- I have never been to Moldova, but I think every wine lover has seen images of Milestii Mici. Can you tell us more about this wine cellar? I read that they have been building this cellar since 1968. What was the original intention of the cellar? Do you know how many bottles it ultimately can hold – or are they continuously adding to the size?
These limestone tunnels were originally quarries for the rock that built much of Chisinau. It’s naturally cool as the cellars are around 30 to 85 metres deep and I guess someone spotted that this was a perfect environment for ageing wine. It’s often described as an underground wine town with streets named for grapes and wine styles, such as Cabernet, Aligoté and Feteasca. Around 55 km are used for wine but there are about 200km of tunnels in total.
- And there is a second large cellar? Cricova, which is also close to the capital of Chisinau? What can you tell us about this cellar? Why do you think they have invested so much into these massive wine cellars?
Also a limestone quarry that proved ideal for ageing sparkling wine, produced here since 1950s. At one time every third bottle of bubbly sold in the USSR came from Moldova and much of that would have come from Cricova. Famous in particular for wine collections of world leaders.
- Moldova has both International grapes and indigenous grapes. What would you say are their top white and red variety? What are their tasting profiles?
Cabernet Sauvignon, Merlot and other international names are the biggest varieties – but I suspect your readers will be more interested in the local varieties – which I encourage you to go and taste. Personally, I have a soft spot for the exotic aromatic white Viorica and for the gentle berry fruit and elegance that Rara Neagra can offer, alone or in blends like Negru de Purcari
- Approximately how many acres are under vine in Moldova? Is wine their main agriculture? About how many bottles does the region produce and how much of that is exported?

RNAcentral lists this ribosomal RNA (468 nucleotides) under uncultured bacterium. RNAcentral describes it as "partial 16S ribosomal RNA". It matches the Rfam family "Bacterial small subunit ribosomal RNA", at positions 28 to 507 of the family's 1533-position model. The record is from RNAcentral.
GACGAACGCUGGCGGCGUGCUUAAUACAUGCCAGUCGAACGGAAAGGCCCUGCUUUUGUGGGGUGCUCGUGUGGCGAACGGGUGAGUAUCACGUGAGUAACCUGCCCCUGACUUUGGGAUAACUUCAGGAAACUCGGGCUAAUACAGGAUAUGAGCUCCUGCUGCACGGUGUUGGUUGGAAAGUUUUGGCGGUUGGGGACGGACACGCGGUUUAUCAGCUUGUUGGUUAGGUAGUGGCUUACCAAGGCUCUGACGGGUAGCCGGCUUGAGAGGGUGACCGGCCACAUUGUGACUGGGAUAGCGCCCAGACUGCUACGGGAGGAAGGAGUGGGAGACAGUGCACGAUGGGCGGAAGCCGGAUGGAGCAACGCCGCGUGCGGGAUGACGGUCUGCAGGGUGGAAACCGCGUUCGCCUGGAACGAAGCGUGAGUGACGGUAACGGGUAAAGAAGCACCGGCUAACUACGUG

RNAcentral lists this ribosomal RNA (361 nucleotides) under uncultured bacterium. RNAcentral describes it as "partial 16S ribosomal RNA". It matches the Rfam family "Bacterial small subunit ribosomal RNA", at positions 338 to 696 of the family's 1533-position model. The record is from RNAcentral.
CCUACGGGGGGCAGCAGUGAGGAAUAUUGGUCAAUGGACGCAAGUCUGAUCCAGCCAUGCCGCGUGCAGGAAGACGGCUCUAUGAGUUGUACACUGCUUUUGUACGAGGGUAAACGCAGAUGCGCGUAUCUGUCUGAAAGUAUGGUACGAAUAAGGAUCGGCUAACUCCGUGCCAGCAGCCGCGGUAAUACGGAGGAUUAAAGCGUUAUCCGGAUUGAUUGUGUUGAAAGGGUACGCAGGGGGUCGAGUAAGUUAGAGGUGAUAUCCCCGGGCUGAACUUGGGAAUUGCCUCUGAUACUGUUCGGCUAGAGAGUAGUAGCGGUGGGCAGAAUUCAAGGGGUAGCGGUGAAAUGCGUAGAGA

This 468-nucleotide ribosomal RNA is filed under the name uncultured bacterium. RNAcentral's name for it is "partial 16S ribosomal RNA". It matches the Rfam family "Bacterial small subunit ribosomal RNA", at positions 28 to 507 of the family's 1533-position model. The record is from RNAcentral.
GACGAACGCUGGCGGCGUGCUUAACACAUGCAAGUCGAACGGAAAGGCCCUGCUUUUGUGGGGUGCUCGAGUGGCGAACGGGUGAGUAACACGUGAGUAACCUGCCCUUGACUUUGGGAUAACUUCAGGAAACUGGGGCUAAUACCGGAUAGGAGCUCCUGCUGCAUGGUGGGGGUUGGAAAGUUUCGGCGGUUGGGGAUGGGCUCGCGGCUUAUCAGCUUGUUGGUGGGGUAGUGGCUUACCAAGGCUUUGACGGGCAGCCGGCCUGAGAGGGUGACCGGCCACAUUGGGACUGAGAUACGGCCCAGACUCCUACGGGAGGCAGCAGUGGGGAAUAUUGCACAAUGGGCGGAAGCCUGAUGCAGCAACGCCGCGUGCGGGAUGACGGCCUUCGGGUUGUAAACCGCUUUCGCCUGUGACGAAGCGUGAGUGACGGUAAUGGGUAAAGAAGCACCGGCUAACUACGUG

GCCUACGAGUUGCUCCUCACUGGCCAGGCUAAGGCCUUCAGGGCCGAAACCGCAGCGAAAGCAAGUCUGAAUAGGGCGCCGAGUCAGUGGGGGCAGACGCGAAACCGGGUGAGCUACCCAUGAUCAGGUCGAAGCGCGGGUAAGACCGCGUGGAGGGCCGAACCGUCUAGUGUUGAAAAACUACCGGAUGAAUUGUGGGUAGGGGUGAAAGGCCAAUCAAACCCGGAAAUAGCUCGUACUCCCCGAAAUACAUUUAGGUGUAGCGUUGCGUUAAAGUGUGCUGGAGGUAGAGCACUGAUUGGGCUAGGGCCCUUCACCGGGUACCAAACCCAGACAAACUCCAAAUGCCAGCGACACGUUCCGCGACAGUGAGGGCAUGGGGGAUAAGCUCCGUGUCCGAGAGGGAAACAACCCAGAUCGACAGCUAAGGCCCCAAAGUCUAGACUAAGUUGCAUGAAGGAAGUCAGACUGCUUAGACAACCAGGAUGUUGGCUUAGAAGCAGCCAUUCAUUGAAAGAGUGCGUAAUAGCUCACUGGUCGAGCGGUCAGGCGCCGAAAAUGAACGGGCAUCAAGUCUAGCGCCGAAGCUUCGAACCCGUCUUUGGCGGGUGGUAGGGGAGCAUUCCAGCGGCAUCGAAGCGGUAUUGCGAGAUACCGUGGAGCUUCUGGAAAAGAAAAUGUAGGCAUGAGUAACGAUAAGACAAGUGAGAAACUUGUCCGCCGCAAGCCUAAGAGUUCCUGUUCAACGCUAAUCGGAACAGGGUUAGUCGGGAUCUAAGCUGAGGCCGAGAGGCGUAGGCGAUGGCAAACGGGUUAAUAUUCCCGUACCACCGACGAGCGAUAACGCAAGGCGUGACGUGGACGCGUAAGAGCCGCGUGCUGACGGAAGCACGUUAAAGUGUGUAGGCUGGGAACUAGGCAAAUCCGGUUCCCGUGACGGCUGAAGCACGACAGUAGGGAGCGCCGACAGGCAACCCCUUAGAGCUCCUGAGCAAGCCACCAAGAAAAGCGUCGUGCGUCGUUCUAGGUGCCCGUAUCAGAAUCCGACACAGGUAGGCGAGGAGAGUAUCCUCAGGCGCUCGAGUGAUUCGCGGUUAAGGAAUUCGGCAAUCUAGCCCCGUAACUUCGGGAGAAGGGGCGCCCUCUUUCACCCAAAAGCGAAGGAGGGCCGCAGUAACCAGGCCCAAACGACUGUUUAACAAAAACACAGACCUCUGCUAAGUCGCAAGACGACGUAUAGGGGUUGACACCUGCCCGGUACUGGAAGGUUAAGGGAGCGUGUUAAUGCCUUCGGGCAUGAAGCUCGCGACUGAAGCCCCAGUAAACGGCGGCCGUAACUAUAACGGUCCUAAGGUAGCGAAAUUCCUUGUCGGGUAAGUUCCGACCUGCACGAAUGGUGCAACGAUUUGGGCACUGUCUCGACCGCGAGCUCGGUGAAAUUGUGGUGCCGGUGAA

126,000 hectares (311,000 acres) in total including all the back-garden plots. There are 62,500 hectares (154,000 acres) of commercial Vitis vinifera vines. Vines occupy 7% of all agricultural land in Moldova and 3.8% of the country’s total surface – the highest density of vineyards in the world. The 2020 harvest is about 25 to 40% down on normal due to the drought – likely to be around 1 to 1.2 million hl. 83% of Moldova’s wine is exported.
- Does the region have quality designations?
Yes, since 2014 there have been three Protected Geographical Indications for wine: Codru, Valul lui Traian and Stefan Vodă. 9,600 hectares (23,722 acres) are registered to produce PGI wines
11. What is the climate like in Moldova? What does their typical growing season look like?
Winter can be really cold and summers warm – it’s mostly a continental climate, though moderated a little by the black sea in the south east. Much more information in my book.
- What are the soils like in Moldova? Are they predisposed to any natural pests?
Deep black soils over limestone with lots of slopes. Winter cold and summer drought would be the key concerns (this year’s drought is particularly grim) and more extreme weather events like hail.
13. The wines we were sent as samples are based on Feteasca. Can you tell us about this grape? A bit about its history? Do ampelographers know its lineage?
Nothing is known about its parentage so far. It appears to be an old variety that originated around the area of Iasi – in what was the principality of Moldavia (eventually divided between Romania and today’s Republic of Moldova)
- What is the relationship between Fetească Alba Fetească Regală and Fetească Neagra? Are they mutations of a single grape variety?
Fetească Neagră is not a colour mutation of Fetească Albă – they don’t appear to be related at all. Fetească Regală is the offspring of Fetească Albă and a grape called Frâncusa from the Moldovan Hills region of Romania. Fetească Albă is also an old variety with little if anything known about its parentage.
15. October 4th is The National Wine Day. The festival celebrates Moldovan wines and the longstanding winemaking traditions. How long has this festival been occurring? This year is virtual, but what is the event typically like?
You will have to ask a local – I’ve visited the country many times but only been for national wine day once when it couldn’t be held in the capital, so we visited lots of different wineries around the country.
Thank you again to Dr. Caroline Gilby for taking the time to share your knowledge with me.
Why not join us? It will be a fun and educational experience. This group will typically meet with a Twitter Chat that happens the fourth Saturday monthly at 11am Eastern Time (ET) / 17:00 Central European Time (CET) using hashtag #WorldWineTravel. However, in honor of the Moldova Wine Day, our first get together will be October 4th! If you want to try to find a Moldovan wine to celebrate with, The US online retailer is VINOvations.